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Winnipeg celebrates first playoff win in 22 years

Winnipeg Jets fans welcome the Whiteout on Wednesday night as they face the Minnesota Wild in the opener of the first round of the 2018 Stanley Cup Playoffs at Bell MTS Place. James Carey Lauder-USA TODAY Sports

WINNIPEG—Bell MTS Place was full with fans decked out in white jerseys, shirts, pants, hair and beards.

Two women even wore their wedding dresses to get in the spirit of the Winnipeg Whiteout, a famed playoff tradition in the city that dates back to the 1980s.

They started partying on the street adjacent to Bell MTS Place in the afternoon, packed the arena by the time the teams came out for warmups and chanted "go Jets go" throughout the game.

At long last, they didn't have to stop celebrating when the final horn sounded.

The Jets won their first home playoff game in more than 20 years, using a third-period rally to beat the Minnesota Wild 3-2 in Game 1 of their Stanley Cup Playoff series.

It marked the first NHL postseason win in Winnipeg since April 21, 1996, when an older version of the Jets beat the Detroit Red Wings.

The Jets overcame two early third-period goals by Moorhead (Minn.) High's Matt Cullen and former University of North Dakota star Zach Parise, which gave the Wild to a 2-1 lead.

Winnipeg star forward Patrik Laine scored on a wrist shot with 15:09 to go in the third and defenseman Joe Morrow scored the game-winner from the point with just 7:13 left to give the Jets the win.

The fans stood for the final two minutes as the Jets protected the one-goal victory.

"We should invite them all back," Winnipeg coach Paul Maurice said. "And the ones outside. This is a special place. That's the best warmup crowd we've ever had. They were wired right from the start. It's a great place to play."

Is there a big significance to getting a playoff win after the long drought?

"There is for the players who have been here since the team came back," Maurice said. "There's a lot of grind that went into it. Certainly there is for the ownership and management, and probably more than anything, the fans that saw two different versions of the Winnipeg Jets. It's been a long time since they've been able to go home in a good mood after a playoff game."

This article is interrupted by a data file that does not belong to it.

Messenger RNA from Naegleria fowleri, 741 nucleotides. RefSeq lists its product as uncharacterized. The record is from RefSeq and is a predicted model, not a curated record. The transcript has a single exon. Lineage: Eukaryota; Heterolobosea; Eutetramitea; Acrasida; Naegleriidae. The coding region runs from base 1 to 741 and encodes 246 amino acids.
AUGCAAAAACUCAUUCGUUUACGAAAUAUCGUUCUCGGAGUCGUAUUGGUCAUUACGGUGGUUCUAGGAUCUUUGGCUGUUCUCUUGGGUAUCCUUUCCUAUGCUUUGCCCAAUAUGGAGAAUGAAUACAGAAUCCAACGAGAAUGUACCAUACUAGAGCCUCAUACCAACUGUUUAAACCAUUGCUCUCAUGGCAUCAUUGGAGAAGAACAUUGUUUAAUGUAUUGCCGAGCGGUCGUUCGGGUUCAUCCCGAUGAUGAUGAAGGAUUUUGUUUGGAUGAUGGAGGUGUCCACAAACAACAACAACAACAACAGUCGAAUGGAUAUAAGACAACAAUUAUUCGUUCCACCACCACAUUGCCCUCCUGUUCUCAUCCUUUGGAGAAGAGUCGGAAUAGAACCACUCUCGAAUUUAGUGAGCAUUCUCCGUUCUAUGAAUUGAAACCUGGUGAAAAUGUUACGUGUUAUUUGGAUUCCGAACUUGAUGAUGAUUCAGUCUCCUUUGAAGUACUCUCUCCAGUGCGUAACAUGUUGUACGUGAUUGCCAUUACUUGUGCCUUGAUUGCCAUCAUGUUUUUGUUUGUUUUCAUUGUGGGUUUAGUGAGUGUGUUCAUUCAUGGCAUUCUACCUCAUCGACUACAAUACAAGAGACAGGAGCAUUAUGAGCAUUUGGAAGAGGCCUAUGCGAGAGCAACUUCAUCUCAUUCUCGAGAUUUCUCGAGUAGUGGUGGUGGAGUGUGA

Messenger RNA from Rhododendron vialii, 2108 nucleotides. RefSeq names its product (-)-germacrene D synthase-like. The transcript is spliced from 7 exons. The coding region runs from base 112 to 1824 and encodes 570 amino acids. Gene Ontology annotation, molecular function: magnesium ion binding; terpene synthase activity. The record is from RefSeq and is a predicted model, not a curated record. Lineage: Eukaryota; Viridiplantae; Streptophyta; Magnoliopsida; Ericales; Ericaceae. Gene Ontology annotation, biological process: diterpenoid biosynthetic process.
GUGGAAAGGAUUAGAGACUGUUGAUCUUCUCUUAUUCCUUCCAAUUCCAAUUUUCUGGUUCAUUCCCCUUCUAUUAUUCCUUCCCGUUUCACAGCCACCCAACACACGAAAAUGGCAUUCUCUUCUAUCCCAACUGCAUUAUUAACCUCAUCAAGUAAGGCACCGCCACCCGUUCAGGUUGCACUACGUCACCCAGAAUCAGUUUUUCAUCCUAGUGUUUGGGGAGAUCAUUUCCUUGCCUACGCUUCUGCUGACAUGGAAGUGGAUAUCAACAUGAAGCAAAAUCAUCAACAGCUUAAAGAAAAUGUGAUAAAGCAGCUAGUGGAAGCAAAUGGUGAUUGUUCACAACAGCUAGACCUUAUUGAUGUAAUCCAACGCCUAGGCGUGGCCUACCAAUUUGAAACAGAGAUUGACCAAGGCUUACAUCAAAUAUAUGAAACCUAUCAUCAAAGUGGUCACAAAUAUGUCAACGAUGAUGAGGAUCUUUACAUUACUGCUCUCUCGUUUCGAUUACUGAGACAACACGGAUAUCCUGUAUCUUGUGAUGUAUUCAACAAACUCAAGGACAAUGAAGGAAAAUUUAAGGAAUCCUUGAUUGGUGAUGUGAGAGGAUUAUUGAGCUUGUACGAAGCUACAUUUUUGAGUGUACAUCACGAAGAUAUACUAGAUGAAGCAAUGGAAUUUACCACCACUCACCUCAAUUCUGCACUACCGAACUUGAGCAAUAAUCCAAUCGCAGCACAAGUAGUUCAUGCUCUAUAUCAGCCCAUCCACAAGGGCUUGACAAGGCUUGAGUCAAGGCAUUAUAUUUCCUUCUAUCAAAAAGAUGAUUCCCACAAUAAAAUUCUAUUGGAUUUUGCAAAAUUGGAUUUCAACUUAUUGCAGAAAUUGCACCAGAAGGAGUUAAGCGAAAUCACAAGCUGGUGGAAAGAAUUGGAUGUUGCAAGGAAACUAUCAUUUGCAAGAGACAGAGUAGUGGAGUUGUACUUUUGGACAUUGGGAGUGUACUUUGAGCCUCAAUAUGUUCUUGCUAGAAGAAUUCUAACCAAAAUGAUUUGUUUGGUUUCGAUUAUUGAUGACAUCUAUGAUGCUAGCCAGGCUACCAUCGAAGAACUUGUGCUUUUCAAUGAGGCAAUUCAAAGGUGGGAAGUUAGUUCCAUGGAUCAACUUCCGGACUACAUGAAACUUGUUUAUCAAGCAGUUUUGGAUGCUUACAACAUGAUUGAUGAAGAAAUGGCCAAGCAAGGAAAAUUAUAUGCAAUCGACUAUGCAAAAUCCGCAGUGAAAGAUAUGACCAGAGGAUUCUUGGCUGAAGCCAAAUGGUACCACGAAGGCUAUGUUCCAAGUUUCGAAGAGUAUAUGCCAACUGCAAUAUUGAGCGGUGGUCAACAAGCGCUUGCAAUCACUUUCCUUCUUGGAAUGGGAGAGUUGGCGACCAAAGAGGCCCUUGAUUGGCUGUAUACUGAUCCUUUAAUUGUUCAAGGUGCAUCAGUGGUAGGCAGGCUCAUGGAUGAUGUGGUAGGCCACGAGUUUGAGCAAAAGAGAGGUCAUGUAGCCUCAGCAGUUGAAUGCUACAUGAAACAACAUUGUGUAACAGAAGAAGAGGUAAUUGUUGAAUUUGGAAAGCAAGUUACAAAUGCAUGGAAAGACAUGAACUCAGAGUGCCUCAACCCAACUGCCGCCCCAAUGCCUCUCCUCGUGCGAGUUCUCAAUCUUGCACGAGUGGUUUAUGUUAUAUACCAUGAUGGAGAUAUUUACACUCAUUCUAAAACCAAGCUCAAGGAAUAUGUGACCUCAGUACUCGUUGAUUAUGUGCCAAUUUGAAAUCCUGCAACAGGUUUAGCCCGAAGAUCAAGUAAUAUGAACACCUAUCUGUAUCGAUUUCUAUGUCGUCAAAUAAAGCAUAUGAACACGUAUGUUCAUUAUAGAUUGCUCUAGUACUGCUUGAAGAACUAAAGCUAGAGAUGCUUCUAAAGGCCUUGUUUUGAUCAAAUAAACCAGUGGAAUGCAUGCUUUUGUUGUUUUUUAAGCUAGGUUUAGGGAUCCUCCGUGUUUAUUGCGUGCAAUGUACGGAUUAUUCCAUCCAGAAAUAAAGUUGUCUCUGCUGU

The Jets returned to Winnipeg in the fall of 2011 and have only made one playoff appearance since then. They got swept by Anaheim in 2015.

Expectations are different for this Jets team, though.

They finished second in the NHL in points during the regular season, and they had the NHL's best home record.

The Jets ended the regular season with nine consecutive wins at home—they haven't lost in Bell MTS Place since February—and the Wild found out just how difficult it is to win in Winnipeg.

Cullen, the former Moorhead and St. Cloud State star, scored his 19th-career playoff goal in his 124th-career playoff game just 1:46 into the third period. He collected a pass from Boston University's Jordan Greenway, who became the first hockey player to suit up in the Olympic Games, NCAA tournament and NHL playoffs in the same year. Then, Cullen snapped a wrist shot past Connor Hellebyuck's shoulder.

Just 2:12 later, Parise gave the Wild the lead on his 33rd-career playoff goal, a tap-in on top of the crease.

But Winnipeg quickly turned the tide. The Jets outshot the Wild 14-0 in the next several minutes and regained the lead.

"They got the momentum from the crowd," Minnesota Wild coach Bruce Boudreau said. "And they kept coming."

Roseau's Dustin Byfuglien had an active Game 1 for the Jets, leveling Minnesota's Joel Eriksson Ek in the second period, drawing a roughing penalty and picking up an assist on Winnipeg's first goal.

Game 2 will be at 6:30 p.m. Friday.

"We have enough scoring depth that we feel like if we get enough opportunities, we can bury one," Winnipeg captain Blake Wheeler said.

Brad Elliott Schlossman

Schlossman is in his 13th year covering college hockey for the Herald. In 2016 and 2018, he was named the top beat writer in the country by the Associated Press Sports Editors. He also was the NCHC's inaugural Media Excellence Award winner in 2018. Schlossman has voted in the national college hockey poll since 2007 and has served as a member of the Hobey Baker and Patty Kazmaier Award committees.

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